Shipman, David, in The Great Movie Stars: The Golden Years , rev. ed., London, 1979.

Harvey, S., "Legs," in Film Comment (New York), March/April 1984.

Sigal, Clancy, "Claudette in Control," in Listener (London), 26 April 1984.

National Film Theatre Booklet (London), July 1984.

Denby, David, "A Tale of Two Sillies," in Premiere (New York), June 1990.

Dudar, H., "Claudette Colbert Revels in a Happy, Starry Past," in New York Times , 27 October 1991.

"90th Birthday for Claudette Colbert," in New York Times , 15 September 1993.

Cohen, Meg, " It Happened One Night : Actress Claudette Colbert Reminisces on Film with Clark Gable," in Harper's Bazaar (New York), January 1994.

Obituary in EPD Film (Frankfurt), September 1996.

Obituary in Variety , 5 August 1996.

Obituary in Sight and Sound (London), March 1997.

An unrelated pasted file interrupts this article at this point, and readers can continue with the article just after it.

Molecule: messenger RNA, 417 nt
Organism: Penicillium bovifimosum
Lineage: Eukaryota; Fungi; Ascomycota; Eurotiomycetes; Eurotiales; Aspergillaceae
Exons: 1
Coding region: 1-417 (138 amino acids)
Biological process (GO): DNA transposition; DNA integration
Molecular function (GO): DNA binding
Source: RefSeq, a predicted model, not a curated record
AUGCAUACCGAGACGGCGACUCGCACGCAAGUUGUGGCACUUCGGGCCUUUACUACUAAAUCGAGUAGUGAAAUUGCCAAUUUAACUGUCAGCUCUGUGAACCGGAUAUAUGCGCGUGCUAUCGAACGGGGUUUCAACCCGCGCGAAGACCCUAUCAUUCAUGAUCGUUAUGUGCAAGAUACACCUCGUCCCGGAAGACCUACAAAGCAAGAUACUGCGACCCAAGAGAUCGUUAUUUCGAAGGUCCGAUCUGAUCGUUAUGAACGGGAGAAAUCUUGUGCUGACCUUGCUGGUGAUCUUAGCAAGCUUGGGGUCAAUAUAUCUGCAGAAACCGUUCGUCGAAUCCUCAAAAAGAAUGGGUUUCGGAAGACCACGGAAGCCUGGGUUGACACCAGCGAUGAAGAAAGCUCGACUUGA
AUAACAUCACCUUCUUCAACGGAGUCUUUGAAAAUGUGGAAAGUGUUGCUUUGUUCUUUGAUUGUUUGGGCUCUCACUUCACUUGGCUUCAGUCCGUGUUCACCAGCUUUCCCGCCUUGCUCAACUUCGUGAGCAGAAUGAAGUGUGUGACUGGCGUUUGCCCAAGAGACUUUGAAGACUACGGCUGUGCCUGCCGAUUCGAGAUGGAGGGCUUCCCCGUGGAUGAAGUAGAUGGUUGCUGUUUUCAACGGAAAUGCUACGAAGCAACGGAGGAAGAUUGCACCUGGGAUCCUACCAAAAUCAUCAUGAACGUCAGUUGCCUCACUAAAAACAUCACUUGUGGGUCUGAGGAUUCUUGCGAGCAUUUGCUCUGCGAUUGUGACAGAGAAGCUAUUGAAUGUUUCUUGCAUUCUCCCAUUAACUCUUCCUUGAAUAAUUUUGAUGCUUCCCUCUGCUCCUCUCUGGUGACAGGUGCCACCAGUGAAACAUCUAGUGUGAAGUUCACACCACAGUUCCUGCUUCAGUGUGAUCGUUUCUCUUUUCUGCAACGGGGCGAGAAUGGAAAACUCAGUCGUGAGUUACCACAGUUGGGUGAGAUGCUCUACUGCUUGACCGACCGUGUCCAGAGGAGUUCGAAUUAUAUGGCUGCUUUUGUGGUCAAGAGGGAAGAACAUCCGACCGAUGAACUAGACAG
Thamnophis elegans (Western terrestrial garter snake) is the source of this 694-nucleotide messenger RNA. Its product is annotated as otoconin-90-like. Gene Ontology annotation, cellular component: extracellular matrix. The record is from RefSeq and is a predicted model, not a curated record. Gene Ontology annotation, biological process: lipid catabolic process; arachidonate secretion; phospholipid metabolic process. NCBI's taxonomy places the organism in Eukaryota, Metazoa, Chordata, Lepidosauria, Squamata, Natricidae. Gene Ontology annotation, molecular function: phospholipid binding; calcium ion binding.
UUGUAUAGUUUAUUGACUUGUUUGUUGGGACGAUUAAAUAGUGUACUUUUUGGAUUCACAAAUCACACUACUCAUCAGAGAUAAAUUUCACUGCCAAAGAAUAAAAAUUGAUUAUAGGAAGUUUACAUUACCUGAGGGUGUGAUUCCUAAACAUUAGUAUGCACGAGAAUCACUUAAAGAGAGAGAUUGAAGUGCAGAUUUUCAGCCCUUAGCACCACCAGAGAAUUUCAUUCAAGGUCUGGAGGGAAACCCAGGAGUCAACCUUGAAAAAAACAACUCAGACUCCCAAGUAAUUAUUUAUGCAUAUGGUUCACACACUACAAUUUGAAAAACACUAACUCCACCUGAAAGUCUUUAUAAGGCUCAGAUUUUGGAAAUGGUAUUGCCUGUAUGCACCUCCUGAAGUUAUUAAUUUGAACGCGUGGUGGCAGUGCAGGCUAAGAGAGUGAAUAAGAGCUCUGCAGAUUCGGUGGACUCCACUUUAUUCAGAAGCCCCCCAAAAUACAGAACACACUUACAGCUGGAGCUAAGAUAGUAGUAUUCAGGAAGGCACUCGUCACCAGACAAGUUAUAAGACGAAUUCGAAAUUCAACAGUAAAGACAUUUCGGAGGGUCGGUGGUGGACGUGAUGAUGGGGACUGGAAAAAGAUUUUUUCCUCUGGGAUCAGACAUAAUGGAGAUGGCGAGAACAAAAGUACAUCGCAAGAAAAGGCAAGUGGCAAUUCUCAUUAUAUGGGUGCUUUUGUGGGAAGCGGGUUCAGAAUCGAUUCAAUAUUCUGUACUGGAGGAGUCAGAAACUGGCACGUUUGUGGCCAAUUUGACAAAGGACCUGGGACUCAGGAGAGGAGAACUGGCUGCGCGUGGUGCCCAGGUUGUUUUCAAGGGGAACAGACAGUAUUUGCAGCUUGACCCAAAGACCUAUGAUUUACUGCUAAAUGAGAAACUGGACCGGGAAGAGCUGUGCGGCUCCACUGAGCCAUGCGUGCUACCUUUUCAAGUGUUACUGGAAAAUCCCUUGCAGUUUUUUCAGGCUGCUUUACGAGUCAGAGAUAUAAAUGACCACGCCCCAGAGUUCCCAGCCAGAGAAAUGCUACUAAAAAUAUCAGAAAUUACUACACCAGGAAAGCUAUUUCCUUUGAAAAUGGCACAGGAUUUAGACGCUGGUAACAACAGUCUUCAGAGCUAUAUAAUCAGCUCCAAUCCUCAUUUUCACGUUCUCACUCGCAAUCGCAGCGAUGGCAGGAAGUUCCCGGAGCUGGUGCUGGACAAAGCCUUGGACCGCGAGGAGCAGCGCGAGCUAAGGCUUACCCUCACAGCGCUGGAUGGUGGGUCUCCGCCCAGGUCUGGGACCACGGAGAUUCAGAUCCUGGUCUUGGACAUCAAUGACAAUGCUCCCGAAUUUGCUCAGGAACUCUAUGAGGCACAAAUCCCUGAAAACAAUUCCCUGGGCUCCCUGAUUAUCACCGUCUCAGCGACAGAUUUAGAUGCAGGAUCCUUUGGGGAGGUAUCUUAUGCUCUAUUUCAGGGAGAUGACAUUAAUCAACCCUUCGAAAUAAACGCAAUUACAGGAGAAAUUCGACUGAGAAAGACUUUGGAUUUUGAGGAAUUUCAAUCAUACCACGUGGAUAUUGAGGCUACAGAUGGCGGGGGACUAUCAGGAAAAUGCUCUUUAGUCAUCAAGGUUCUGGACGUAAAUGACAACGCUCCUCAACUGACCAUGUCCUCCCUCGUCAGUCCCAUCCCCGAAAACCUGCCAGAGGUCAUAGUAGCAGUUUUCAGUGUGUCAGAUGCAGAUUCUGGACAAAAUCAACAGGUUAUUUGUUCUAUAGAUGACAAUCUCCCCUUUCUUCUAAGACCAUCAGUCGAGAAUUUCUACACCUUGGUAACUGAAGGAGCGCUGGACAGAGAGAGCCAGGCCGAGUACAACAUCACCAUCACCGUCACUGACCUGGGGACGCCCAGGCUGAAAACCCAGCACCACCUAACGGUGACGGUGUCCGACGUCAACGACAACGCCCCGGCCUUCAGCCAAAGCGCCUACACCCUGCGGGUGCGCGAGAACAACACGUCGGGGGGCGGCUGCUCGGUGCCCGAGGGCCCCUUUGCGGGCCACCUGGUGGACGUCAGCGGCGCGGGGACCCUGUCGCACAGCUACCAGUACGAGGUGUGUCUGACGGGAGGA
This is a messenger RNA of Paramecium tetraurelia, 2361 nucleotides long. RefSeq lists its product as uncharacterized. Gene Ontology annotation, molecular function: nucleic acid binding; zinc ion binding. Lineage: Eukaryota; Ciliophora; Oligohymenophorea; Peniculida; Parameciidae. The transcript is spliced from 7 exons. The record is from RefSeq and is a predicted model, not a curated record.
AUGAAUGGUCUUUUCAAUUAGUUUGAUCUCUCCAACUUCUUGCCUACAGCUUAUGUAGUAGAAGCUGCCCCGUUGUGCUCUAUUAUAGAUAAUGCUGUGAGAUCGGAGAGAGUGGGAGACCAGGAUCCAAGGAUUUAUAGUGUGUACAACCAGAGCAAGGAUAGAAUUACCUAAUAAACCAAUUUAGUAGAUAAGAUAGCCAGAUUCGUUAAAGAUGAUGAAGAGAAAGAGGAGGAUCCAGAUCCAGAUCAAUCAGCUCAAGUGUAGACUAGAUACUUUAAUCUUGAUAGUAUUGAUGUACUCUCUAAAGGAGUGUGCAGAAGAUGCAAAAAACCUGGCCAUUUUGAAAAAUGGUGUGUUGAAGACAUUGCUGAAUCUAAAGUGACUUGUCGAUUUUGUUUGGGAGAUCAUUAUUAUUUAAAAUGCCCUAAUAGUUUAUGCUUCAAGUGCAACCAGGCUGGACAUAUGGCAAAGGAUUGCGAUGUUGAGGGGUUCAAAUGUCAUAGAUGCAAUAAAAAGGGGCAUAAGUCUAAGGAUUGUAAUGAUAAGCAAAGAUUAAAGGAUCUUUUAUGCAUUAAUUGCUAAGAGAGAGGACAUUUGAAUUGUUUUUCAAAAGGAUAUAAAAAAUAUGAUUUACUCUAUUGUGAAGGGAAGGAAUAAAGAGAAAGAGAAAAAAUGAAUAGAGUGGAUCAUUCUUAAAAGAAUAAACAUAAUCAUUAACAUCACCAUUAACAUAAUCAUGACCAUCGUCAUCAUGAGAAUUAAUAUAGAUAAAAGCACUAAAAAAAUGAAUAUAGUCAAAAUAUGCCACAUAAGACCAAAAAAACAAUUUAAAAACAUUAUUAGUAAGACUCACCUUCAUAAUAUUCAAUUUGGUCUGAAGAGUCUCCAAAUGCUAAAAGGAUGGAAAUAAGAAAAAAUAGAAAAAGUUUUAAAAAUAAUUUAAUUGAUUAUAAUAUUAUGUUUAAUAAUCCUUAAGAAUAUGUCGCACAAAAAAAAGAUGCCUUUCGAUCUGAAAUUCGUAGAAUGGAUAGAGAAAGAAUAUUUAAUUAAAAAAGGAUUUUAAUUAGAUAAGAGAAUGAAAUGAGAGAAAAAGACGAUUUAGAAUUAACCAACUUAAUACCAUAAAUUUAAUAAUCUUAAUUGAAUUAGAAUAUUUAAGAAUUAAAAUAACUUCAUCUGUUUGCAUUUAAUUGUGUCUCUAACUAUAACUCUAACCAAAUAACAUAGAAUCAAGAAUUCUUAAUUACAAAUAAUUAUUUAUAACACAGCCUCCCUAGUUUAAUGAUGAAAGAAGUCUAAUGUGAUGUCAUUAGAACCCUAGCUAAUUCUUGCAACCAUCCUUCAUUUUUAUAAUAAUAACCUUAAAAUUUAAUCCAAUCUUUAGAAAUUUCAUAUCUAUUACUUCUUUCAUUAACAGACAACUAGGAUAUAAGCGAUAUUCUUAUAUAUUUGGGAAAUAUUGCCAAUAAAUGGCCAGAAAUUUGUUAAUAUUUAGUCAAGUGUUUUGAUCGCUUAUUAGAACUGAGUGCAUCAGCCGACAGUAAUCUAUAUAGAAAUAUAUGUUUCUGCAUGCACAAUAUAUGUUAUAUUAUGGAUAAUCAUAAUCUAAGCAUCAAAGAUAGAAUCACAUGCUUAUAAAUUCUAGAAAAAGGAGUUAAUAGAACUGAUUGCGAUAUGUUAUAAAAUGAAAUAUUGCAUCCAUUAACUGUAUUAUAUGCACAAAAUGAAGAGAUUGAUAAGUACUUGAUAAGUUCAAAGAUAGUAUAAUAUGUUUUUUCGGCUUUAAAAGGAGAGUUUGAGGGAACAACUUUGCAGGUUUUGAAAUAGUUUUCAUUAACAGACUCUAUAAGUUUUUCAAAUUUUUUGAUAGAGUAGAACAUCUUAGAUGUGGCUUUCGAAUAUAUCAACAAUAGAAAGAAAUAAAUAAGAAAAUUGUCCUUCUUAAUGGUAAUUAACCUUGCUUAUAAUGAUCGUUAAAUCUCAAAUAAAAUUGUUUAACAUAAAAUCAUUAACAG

* * *

Claudette Colbert is the epitome of Hollywood glamour, but not the glamour that comes bolstered by furs and feathers like Dietrich's or by mystery and aloneness like Garbo's. Colbert's glamour is the sort that women attain for themselves by using their intelligence to create a timeless personal style. It is an attainable kind of glamour, but only if one has the natural gifts of brains and beauty associated with Colbert.

Colbert is most often remembered for her expert comic timing, which was displayed in a series of screwball comedies she made throughout the 1930s and 1940s, chief among them her Academy Award-winning performance in Frank Capra's It Happened One Night . In that film, Colbert took out a patent on the runaway heiress character, and anyone else who played such a role did so in her shadow. All her comedies present her as a well-dressed modern woman who can handle any situation. Midnight opens on a rainy night in which a train pulls into a Paris station, bearing Colbert, asleep, in a third-class coach. She is without funds, without luggage, and without contacts, but she is nevertheless wearing a fabulous silver lamé evening gown. She wakes up, picks the straw out of her hair, and steps confidently out into the lousy weather, her wits sharp and her wardrobe up to whatever social advantage she can promote. This illustrates a typical Colbert comedy character—the woman of resource, humor, style, and, above all else, confidence.